No Federal Regulations for Roller Coaster Safety

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After Ayala-Goana's death on Friday, a similar coaster, the Iron Rattler at the Six Flags Fiesta Texas park in San Antonio, was shut down as a precaution, according to park managers there.

"There are some similarities. It was closed late Friday evening when we heard of the incident," spokeswoman Sydne Purvis said.

But other parks across the country continue to operate their roller coasters.

The CEO of Six Flags, James Reid-Anderson, said Monday that he expects the company to see "short to medium-term attendance impact at the park," due to safety concerns after Ayala-Gaona's death, but that other parks should fare fine after the safety scare, according to USA Today.

Six Flags did not respond to ABC News for comment.

The International Association of Amusement Parks and Attractions, an industry trade association, said in a statement to ABC News Monday that "events like (Ayala-Goana's death) are extremely rare and safety is the number one priority for the amusement park industry."

The group said that the chance of being seriously injured on an amusement park ride in the U.S. is one in 24 million, while the likelihood of being killed is one in 750 million.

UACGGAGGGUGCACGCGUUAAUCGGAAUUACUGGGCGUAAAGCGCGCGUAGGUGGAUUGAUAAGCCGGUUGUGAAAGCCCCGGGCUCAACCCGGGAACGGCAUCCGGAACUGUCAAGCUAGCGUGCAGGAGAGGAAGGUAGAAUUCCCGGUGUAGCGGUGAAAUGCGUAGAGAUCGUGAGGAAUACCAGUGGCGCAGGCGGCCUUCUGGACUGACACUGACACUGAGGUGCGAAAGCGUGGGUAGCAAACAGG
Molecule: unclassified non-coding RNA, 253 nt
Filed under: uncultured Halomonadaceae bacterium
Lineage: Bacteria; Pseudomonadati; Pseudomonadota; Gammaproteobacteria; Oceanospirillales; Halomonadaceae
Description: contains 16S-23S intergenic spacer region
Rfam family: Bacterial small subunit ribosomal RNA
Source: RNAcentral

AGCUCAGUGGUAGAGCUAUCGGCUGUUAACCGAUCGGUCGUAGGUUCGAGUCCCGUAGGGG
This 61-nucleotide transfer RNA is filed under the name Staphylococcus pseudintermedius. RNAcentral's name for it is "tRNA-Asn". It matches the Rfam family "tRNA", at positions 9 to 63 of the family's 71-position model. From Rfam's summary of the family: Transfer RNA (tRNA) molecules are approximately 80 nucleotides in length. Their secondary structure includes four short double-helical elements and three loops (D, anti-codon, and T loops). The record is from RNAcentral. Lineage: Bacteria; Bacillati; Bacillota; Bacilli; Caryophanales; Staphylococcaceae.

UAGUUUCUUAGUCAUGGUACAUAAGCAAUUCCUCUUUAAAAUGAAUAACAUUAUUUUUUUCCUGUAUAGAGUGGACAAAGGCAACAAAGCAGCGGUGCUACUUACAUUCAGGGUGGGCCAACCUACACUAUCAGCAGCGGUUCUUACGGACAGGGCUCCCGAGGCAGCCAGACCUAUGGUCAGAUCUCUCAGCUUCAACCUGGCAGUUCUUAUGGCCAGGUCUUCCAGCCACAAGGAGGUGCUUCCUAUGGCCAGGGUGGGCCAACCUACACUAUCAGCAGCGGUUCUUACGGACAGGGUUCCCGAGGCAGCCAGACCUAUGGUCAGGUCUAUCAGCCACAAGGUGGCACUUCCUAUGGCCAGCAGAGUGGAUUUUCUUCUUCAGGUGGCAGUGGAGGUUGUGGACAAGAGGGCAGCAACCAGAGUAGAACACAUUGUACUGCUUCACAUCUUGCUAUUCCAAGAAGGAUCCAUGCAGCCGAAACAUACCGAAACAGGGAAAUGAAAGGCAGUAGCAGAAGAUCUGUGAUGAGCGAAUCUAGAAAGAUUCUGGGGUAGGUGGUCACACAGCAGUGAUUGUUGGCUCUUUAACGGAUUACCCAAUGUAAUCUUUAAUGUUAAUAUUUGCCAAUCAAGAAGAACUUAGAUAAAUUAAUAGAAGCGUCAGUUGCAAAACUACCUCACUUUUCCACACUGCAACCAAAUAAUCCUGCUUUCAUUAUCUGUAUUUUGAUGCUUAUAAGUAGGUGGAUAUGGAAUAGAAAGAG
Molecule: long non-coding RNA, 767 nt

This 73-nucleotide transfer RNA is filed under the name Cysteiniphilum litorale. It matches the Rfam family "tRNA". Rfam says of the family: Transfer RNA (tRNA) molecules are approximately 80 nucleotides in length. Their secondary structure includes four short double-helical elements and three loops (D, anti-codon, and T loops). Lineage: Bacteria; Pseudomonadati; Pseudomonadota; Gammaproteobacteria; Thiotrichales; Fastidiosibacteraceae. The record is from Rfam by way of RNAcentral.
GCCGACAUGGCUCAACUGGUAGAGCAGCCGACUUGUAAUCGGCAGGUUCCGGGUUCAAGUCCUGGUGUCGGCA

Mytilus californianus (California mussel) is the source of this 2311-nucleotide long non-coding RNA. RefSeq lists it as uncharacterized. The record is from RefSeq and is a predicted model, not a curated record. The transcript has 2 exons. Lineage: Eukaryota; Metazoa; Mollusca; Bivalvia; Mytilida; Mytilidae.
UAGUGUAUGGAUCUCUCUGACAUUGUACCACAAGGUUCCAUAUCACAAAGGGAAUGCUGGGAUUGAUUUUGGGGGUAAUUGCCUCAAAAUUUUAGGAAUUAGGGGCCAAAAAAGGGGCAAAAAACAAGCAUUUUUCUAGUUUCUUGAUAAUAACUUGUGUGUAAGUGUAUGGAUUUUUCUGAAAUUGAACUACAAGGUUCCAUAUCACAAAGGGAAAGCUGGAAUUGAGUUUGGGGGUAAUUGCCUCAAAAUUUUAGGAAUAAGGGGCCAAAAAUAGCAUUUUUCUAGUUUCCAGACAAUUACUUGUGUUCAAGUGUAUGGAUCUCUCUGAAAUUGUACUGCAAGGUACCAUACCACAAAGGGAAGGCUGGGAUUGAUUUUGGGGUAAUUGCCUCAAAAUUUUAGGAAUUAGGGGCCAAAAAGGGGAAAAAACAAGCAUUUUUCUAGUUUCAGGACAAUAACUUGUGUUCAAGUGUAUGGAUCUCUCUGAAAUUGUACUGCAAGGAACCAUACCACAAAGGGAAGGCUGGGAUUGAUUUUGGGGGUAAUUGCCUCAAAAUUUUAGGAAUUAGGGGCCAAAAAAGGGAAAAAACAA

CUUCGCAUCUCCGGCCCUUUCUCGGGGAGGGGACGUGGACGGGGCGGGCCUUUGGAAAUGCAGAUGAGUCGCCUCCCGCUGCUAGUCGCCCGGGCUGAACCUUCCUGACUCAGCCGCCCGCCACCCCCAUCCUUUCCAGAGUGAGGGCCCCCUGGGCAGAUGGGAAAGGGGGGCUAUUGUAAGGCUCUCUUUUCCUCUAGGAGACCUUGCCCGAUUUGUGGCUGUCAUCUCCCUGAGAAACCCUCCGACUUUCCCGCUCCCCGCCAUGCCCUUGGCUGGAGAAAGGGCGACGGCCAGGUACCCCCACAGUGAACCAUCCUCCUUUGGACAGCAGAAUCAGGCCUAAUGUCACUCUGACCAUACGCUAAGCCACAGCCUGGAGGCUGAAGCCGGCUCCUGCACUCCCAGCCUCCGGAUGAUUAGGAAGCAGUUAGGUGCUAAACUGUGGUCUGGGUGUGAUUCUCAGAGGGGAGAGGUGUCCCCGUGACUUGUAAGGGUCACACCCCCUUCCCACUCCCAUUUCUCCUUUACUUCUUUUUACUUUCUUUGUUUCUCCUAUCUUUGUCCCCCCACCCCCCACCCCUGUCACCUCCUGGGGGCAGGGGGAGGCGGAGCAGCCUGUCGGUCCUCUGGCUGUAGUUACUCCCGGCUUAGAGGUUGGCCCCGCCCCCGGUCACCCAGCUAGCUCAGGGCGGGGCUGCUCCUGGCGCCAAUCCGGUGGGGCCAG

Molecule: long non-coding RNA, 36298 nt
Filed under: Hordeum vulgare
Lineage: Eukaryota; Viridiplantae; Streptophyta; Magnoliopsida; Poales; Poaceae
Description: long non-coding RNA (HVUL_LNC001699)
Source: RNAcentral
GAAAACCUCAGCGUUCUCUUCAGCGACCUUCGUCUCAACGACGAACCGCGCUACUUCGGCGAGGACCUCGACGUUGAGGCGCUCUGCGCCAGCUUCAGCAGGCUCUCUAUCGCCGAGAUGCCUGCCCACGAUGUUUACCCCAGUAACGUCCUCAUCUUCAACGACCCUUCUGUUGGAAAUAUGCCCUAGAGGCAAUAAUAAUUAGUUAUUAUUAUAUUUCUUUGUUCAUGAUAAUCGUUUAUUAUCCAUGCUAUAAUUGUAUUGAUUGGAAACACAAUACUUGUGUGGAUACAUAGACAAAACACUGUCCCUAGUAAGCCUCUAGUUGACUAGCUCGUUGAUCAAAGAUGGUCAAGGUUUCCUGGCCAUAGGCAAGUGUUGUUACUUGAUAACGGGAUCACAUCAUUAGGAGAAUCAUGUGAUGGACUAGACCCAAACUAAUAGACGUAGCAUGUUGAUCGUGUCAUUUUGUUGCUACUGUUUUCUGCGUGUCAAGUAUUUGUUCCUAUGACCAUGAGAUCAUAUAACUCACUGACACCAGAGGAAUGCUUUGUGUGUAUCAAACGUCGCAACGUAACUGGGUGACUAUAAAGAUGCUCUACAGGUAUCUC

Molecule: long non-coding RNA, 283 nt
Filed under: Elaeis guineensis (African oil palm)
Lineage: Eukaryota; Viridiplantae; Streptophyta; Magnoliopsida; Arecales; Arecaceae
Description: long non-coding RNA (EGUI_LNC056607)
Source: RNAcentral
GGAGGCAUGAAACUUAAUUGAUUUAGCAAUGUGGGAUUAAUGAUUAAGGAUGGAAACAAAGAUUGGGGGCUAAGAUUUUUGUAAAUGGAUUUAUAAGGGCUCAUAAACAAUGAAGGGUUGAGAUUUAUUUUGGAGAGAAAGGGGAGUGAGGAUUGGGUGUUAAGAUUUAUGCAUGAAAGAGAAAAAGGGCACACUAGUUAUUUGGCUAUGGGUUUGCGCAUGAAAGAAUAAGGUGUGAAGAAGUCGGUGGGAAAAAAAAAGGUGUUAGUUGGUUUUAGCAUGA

"We support efforts that would truly enhance safety," they said. "There is no evidence federal oversight would improve on the already excellent safety record of the industry."

ABC News' parent company, The Walt Disney Company, operates Disneyland in California and Walt Disney World in Florida.

Theme parks in California are regulated by the California Division of Occupational Safety and Health, and rides are inspected annually by state inspectors.

In Florida, the state's Department of Agriculture is in charge of inspecting theme park rides and carnivals except for parks that have more than 1,000 employees and full-time inspectors on staff, such as Disney World. Then, staff inspectors are responsible for investigating and reporting all incidents to the state, according to the company.

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